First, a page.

Latest ABC results: Don't rule out the kids' press just yet...

Generation Media's Ellie Start takes a look at the latest ABC findings, with Peppa Pig emerging as one of the strongest in the static children's market.
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Yesterday marked the biannual release of the Consumer Magazines ABCs, where the average circulations for the first half of 2015 were revealed.

While it was no surprise to see that the circulations of the majority of titles across the Children’s sector have declined again, the growth across some titles and introduction of new brands means the Children’s press market on the whole has remained relatively static.

Although 63% of the Children’s magazines that were included in this audit have seen a period-on-period decline in sales (January-June 2015 vs. July-December 2014), well over a third of titles (37%) have grown. If we compare the first half of this year vs. last year, we see just over a fifth (21%) demonstrating growth, suggesting seasonality when it comes to purchasing, with more titles experiencing a growth in their circulations across the summer holiday and winter period (July-December).

If we take a deeper dive into the Primary titles, the boys are outshining the girls.

The overall Primary Boys market has increased by 36.2% year-on-year, with more of the Boys titles seeing growth than they are decline. Immediate Media now accounts for four of the top five Boys' titles, with Mega growing by an impressive 42.9% year- on-year.

Following the success of the top rating Cartoon Network show, LEGO Ninjago is now the number one circulating Primary Boys title after its release earlier this year, while Ben 10 has declined by over a third, suggesting publishers should keep abreast of the performance of TV shows when considering their magazine brands.

Classic Boys title ‘The Beano’ opted out of being audited this year which may be due to its recent declines.

Almost two years on, girls' love for Elsa, Anna and Olaf shows no sign of wavering. Disney Frozen’s first audit saw the title become not only the number one Primary Girls magazine, but the largest magazine within the Childrens market, with a circulation almost twice that of the second biggest Girls title, Sparkle World. Disney Frozen has really driven the 24.3% growth we can see within the Girls' press sector, as every other Primary Girls title has seen a fall year-on-year.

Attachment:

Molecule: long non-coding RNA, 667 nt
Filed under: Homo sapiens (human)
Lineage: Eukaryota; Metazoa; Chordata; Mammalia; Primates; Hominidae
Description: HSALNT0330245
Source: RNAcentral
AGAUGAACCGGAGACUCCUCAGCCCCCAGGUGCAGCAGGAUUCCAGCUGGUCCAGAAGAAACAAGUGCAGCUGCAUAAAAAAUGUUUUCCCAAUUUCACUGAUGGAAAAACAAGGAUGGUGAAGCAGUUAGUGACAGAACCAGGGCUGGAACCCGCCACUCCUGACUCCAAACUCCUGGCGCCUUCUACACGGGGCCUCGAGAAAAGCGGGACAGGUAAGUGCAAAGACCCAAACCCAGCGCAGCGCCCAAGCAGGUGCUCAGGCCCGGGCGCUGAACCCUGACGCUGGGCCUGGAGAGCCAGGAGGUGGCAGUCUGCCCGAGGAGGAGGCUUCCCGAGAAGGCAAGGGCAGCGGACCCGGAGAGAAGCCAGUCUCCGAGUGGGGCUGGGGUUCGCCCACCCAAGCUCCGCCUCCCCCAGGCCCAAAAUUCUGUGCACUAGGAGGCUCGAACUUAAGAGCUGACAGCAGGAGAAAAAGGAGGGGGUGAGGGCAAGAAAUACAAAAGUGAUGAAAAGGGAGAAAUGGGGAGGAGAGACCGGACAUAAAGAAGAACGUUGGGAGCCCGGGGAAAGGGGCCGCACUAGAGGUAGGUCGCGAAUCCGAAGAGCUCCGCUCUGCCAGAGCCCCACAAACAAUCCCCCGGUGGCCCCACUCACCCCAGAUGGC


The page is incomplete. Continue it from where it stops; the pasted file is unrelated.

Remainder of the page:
While 19 of the 24 Pre-school titles have seen a year-on-year fall, the total circulation of the Pre-school market has remained fairly static, with the total sector up 2.4% period-on-period, and down 0.6% year-on- year.

It's no secret that mobile device usage continues to grow among toddlers and pre-schoolers, but it's clear that mums haven't lost faith in magazines.

Peppa Pig remains one of the top rating pre-school shows on TV, and its popularity is reflected in the press market with it accounting for two of the top three circulating pre-school titles. Unlike in the Boys and Girls market where fairly 'new' brands reign (like LEGO Ninjago and Disney Frozen), it's clear mums still trust the old favourites for pre-schoolers, with Thomas & Friends and Bob The Builder increasing their numbers.

Although the majority of titles continue to suffer, with the growth of certain titles and introduction of others, the combined circulations across the Children’s and Parent press sectors are standing up versus the rest of the press market – with Parent titles up by 10.2%, Women’s Weeklies down 10.7% (with no titles demonstrating growth) & Men’s Lifestyle down 2.9%.

Perhaps it’s not time to rule press out of your media mix just yet when it comes to toy promotion. Toy advertisers and media buyers should however take this as an opportunity to ensure maximum value is being achieved across their press plans in the titles that are declining, negotiating additional value to fully engage readers with their brand, whilst making the most of the success of new titles while they are at their peak.


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Kids’ characters brand expert Christopher Skala looks at the ‘expectation disconnects’ in the children’s content creation space between creators, broadcasters and toy companies.

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